By Andrew Blancher, Director, Commercial Auto Product Development
One question that’s often posed to us at ISO is how fully autonomous vehicles may affect our coverage products. In the context of insurance contracts, it’s first helpful to reflect on how those coverage forms were developed and then advanced to their current state before considering this and other related questions.
Auto insurance, like many other property/casualty lines of business, is highly regulated by state law. Since the law is dynamic, the target keeps moving, and insurance forms are typically either created or incrementally updated to remain in harmony. But which portions of the law, if any, dictate insurance requirements for a fully autonomous vehicle?
Consider the following questions:
- Who’s liable? Man or machine?
In the absence of a driver or even a steering wheel, as currently contemplated for many fully autonomous vehicles, when all vehicle occupants are merely passengers, are current automobile liability insurance requirements still practicable? There is an ongoing debate as who may be held liable in the event of an accident. Is it the vehicle manufacturer, the subcontractor that developed the crash avoidance algorithm or supplied the sensor, the person who selected the route, or someone else?
- Who owns the vehicle? An individual or group?
In a world of fully autonomous vehicles, might the concept of personal vehicle ownership dissolve? One study reports that the typical privately owned vehicle is generally parked 95 percent of the time1. Autonomous vehicles will also likely be very expensive (at least at their onset). Could autonomous vehicles be the perfect candidates for a shared ownership model where one pays for transportation on a subscription or usage basis? Shared ownership would reduce or even eliminate the need to purchase an expensive, quickly depreciating asset that’s generally used only a small portion of the day. Unlike today’s shared-ownership vehicles, a fully autonomous vehicle could be summoned as needed and not need be parked most of the day, adjacent to potential users.
- How could autonomous cars affect accidents?
The potential shift from individual ownership to a smaller, highly utilized fleet of shared or commercially owned autonomous vehicles could cause a major disruption in the auto insurance industry. Some speculate that there will be a decrease in the issuance auto insurance policies which then might be at least somewhat offset by an increase in the need for product liability insurance, subject to potential claims relating to manufacturing defects in the self-driving systems. However, given the estimate that about 95 percent of all auto accidents are the result of driver error2, bodily injury and property damage losses and related insurance premiums could potentially decrease profoundly. The “Oracle of Omaha” apparently agrees. In fact, during a May 2, 2016, interview3, Warren Buffet observed that “anything that makes cars safer is very pro-social, and it’s bad for the auto insurance industry.” In other words, the promise of autonomous vehicles—aside from less traffic, pollution, and time spent behind the wheel—is conceivably far fewer and less severe automobile accidents. As overall auto exposure plunges with the widespread use of fully autonomous cars, the need for auto liability coverage may be greatly impacted.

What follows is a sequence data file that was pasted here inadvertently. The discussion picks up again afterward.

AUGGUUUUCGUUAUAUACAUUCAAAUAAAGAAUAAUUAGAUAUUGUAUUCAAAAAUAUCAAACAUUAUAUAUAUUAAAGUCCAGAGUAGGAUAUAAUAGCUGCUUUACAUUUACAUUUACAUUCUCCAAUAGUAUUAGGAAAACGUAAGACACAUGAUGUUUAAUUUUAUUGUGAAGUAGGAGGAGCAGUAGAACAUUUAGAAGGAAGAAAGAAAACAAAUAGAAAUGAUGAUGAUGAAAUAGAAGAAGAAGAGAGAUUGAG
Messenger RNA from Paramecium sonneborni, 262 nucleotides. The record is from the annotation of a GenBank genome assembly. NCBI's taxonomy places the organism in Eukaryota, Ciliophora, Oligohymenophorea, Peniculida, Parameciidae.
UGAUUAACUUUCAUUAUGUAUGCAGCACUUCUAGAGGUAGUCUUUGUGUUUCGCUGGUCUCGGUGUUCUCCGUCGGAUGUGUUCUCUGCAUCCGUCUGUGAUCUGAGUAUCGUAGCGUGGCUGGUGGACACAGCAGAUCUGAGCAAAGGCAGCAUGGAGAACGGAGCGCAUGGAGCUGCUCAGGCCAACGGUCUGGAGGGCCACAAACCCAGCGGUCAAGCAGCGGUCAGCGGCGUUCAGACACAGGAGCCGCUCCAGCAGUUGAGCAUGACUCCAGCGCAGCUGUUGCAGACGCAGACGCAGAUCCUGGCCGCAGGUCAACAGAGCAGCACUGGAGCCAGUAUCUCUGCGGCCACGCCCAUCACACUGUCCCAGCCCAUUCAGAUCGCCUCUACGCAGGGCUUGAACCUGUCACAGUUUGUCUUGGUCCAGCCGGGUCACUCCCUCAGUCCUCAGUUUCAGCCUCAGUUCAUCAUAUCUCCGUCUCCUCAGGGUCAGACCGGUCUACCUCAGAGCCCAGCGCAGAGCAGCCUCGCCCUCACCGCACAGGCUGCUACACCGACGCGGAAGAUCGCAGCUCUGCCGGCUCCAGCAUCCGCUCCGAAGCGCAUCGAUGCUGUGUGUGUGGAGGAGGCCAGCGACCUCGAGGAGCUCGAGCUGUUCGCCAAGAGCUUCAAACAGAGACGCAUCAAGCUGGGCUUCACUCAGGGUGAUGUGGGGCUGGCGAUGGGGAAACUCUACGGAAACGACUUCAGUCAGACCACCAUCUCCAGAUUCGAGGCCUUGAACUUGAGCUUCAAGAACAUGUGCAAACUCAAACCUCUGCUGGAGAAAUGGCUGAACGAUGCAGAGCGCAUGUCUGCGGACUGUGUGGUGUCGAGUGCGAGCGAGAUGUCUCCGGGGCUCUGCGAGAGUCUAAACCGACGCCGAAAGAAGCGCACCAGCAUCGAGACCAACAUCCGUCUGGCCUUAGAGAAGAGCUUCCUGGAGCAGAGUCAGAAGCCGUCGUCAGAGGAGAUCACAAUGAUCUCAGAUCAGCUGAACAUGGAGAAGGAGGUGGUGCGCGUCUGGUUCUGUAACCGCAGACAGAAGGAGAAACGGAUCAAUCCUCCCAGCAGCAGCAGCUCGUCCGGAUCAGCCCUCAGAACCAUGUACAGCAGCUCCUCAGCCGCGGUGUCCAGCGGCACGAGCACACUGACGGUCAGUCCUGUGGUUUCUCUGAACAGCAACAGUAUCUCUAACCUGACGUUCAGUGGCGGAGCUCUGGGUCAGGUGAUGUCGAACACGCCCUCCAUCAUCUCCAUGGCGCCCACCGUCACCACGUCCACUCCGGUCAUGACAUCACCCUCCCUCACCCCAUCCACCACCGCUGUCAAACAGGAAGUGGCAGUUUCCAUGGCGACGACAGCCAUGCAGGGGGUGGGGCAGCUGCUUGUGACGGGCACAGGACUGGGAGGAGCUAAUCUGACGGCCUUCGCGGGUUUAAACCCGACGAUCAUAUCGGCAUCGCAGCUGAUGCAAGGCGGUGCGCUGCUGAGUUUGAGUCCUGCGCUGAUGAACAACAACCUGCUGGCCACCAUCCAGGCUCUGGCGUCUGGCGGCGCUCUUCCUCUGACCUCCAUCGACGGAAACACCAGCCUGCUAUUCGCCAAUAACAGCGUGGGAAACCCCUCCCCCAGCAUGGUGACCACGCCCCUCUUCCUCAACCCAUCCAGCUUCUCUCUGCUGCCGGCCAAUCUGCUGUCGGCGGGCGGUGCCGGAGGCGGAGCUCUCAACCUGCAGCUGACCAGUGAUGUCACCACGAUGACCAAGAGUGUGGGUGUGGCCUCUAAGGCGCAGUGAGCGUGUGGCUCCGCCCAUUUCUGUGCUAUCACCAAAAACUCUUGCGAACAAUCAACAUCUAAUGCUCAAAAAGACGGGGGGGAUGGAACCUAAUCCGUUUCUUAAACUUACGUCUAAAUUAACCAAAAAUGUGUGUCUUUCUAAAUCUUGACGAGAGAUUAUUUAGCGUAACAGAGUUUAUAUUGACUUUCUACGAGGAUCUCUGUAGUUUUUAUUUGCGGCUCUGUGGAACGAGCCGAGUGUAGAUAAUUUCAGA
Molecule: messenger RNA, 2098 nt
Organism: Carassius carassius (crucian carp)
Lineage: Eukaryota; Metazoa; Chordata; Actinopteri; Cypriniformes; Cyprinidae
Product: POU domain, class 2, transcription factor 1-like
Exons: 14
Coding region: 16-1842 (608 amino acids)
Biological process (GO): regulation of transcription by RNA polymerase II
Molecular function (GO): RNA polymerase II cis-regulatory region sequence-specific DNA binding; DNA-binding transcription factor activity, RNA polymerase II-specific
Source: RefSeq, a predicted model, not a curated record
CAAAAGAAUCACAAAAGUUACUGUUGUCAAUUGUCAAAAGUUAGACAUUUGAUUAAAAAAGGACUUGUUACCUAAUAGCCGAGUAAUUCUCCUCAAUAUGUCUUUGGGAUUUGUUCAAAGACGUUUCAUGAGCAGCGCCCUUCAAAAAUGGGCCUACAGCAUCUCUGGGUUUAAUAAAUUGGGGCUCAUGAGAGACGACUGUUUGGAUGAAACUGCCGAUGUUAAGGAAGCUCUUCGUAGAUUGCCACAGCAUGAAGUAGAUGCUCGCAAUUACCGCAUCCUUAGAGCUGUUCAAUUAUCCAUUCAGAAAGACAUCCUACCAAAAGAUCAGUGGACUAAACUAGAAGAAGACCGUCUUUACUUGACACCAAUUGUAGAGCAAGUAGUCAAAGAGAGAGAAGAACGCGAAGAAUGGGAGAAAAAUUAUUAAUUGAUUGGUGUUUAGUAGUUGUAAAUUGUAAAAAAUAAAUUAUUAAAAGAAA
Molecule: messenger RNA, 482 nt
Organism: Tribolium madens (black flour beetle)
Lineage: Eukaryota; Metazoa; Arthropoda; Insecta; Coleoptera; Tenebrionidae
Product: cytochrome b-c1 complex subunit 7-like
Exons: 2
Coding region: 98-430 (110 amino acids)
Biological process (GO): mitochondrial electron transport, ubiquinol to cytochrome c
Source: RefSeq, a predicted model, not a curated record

- How would claims be resolved?
The need for auto insurance coverage would hinge on a variety of factors, including if there were a significant overhaul of state insurance laws, and related financial responsibility requirements. State financial responsibility and compulsory insurance laws typically require the owner of a car to provide liability insurance as well as other coverages including uninsured motorists insurance, depending on the applicable jurisdiction. Absent changes to those laws, there’s the potential for liability coverage to remain the first line of coverage pursued by an injured party. If autonomous cars become more prevalent, will the owner’s policy still provide the coverage to resolve claims, and in a timely manner? Will liability insurers more often pursue subrogation rights against the auto manufacturer or other liable party, leading to more legal costs? While greater product liability exposure may be on the horizon, a sizable mix of autonomous and non-autonomous vehicles sharing the same roads is likely to temper any quick shift to product liability.
One alternative approach to this mix of owner’s insurance versus product liability insurance would be to move to a no-fault type insurance environment. If “true” first party no-fault principles were implemented, including meaningful limitations on the injured party’s right to sue the auto manufacturers, this could reduce the need to assign the liability to the driver and/or the car manufacturer (or subcontractor) while mitigating potentially costly litigation and/or lengthy claims investigation.
While we’ve focused on liability exposures, we certainly can’t overlook physical damage coverage and more specifically, the peril of theft, particularly when faced with more cyber threats and technological ways to steal or vandalize a vehicle. Even if the law doesn’t lead us down the path of no-fault insurance, or shifts requirements to maintain liability coverage from the vehicle owner or operator to a manufacturer or other such party, the need for physical damage coverages is still relevant. Many of these coverage questions, though, remain in the hands of the lawmakers as well as the progression of autonomous vehicle technology.
In the next article in our series, we’ll explore some potential challenges in rating autonomous vehicles and the ways contemporary rating plans may retain value in an autonomous world.
2 http://www.its.dot.gov/pilots/pdf/ITSA2016_v2vNRPM_Anderson.pdf (4th page)